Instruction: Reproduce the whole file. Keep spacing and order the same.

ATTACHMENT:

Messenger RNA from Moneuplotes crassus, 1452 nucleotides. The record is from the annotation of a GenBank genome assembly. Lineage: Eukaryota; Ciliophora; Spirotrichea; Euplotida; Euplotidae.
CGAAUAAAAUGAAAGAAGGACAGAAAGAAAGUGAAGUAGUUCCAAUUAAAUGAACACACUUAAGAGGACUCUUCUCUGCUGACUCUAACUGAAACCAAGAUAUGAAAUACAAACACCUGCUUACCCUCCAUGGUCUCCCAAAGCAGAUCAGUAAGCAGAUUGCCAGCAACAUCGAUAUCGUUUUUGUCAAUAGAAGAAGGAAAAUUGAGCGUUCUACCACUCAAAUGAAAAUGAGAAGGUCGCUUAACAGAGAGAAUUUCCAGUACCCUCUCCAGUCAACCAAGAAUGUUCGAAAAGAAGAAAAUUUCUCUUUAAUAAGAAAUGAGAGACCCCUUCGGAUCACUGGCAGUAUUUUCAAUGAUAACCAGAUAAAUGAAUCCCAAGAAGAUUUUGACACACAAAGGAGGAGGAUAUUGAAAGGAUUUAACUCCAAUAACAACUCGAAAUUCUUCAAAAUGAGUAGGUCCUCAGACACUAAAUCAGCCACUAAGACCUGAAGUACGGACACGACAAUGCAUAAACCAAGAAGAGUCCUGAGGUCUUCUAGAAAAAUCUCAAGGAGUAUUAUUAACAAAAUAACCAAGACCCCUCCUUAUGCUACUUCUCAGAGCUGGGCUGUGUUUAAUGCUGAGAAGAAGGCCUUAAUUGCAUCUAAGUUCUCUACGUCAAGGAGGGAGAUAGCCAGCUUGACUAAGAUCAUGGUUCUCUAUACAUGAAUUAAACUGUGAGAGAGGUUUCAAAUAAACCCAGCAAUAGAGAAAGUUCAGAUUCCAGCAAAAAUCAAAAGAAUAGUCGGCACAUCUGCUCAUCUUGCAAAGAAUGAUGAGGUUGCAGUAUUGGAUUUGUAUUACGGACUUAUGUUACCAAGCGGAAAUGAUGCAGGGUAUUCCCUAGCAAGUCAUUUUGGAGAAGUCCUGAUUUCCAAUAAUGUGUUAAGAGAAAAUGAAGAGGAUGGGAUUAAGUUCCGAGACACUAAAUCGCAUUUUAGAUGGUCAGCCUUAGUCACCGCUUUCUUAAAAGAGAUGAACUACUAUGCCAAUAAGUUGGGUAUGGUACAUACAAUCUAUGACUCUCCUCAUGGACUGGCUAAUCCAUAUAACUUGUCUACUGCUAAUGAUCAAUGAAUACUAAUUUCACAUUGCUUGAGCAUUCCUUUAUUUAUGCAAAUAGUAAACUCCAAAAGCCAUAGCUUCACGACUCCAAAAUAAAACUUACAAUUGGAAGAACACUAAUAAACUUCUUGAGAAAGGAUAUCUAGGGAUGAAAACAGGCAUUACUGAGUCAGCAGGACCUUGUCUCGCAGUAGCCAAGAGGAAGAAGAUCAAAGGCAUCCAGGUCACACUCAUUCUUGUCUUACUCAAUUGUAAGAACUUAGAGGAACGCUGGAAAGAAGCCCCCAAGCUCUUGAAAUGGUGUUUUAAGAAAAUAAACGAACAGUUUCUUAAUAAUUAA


Messenger RNA from Moneuplotes crassus, 1452 nucleotides. The record is from the annotation of a GenBank genome assembly. Lineage: Eukaryota; Ciliophora; Spirotrichea; Euplotida; Euplotidae.
CGAAUAAAAUGAAAGAAGGACAGAAAGAAAGUGAAGUAGUUCCAAUUAAAUGAACACACUUAAGAGGACUCUUCUCUGCUGACUCUAACUGAAACCAAGAUAUGAAAUACAAACACCUGCUUACCCUCCAUGGUCUCCCAAAGCAGAUCAGUAAGCAGAUUGCCAGCAACAUCGAUAUCGUUUUUGUCAAUAGAAGAAGGAAAAUUGAGCGUUCUACCACUCAAAUGAAAAUGAGAAGGUCGCUUAACAGAGAGAAUUUCCAGUACCCUCUCCAGUCAACCAAGAAUGUUCGAAAAGAAGAAAAUUUCUCUUUAAUAAGAAAUGAGAGACCCCUUCGGAUCACUGGCAGUAUUUUCAAUGAUAACCAGAUAAAUGAAUCCCAAGAAGAUUUUGACACACAAAGGAGGAGGAUAUUGAAAGGAUUUAACUCCAAUAACAACUCGAAAUUCUUCAAAAUGAGUAGGUCCUCAGACACUAAAUCAGCCACUAAGACCUGAAGUACGGACACGACAAUGCAUAAACCAAGAAGAGUCCUGAGGUCUUCUAGAAAAAUCUCAAGGAGUAUUAUUAACAAAAUAACCAAGACCCCUCCUUAUGCUACUUCUCAGAGCUGGGCUGUGUUUAAUGCUGAGAAGAAGGCCUUAAUUGCAUCUAAGUUCUCUACGUCAAGGAGGGAGAUAGCCAGCUUGACUAAGAUCAUGGUUCUCUAUACAUGAAUUAAACUGUGAGAGAGGUUUCAAAUAAACCCAGCAAUAGAGAAAGUUCAGAUUCCAGCAAAAAUCAAAAGAAUAGUCGGCACAUCUGCUCAUCUUGCAAAGAAUGAUGAGGUUGCAGUAUUGGAUUUGUAUUACGGACUUAUGUUACCAAGCGGAAAUGAUGCAGGGUAUUCCCUAGCAAGUCAUUUUGGAGAAGUCCUGAUUUCCAAUAAUGUGUUAAGAGAAAAUGAAGAGGAUGGGAUUAAGUUCCGAGACACUAAAUCGCAUUUUAGAUGGUCAGCCUUAGUCACCGCUUUCUUAAAAGAGAUGAACUACUAUGCCAAUAAGUUGGGUAUGGUACAUACAAUCUAUGACUCUCCUCAUGGACUGGCUAAUCCAUAUAACUUGUCUACUGCUAAUGAUCAAUGAAUACUAAUUUCACAUUGCUUGAGCAUUCCUUUAUUUAUGCAAAUAGUAAACUCCAAAAGCCAUAGCUUCACGACUCCAAAAUAAAACUUACAAUUGGAAGAACACUAAUAAACUUCUUGAGAAAGGAUAUCUAGGGAUGAAAACAGGCAUUACUGAGUCAGCAGGACCUUGUCUCGCAGUAGCCAAGAGGAAGAAGAUCAAAGGCAUCCAGGUCACACUCAUUCUUGUCUUACUCAAUUGUAAGAACUUAGAGGAACGCUGGAAAGAAGCCCCCAAGCUCUUGAAAUGGUGUUUUAAGAAAAUAAACGAACAGUUUCUUAAUAAUUAA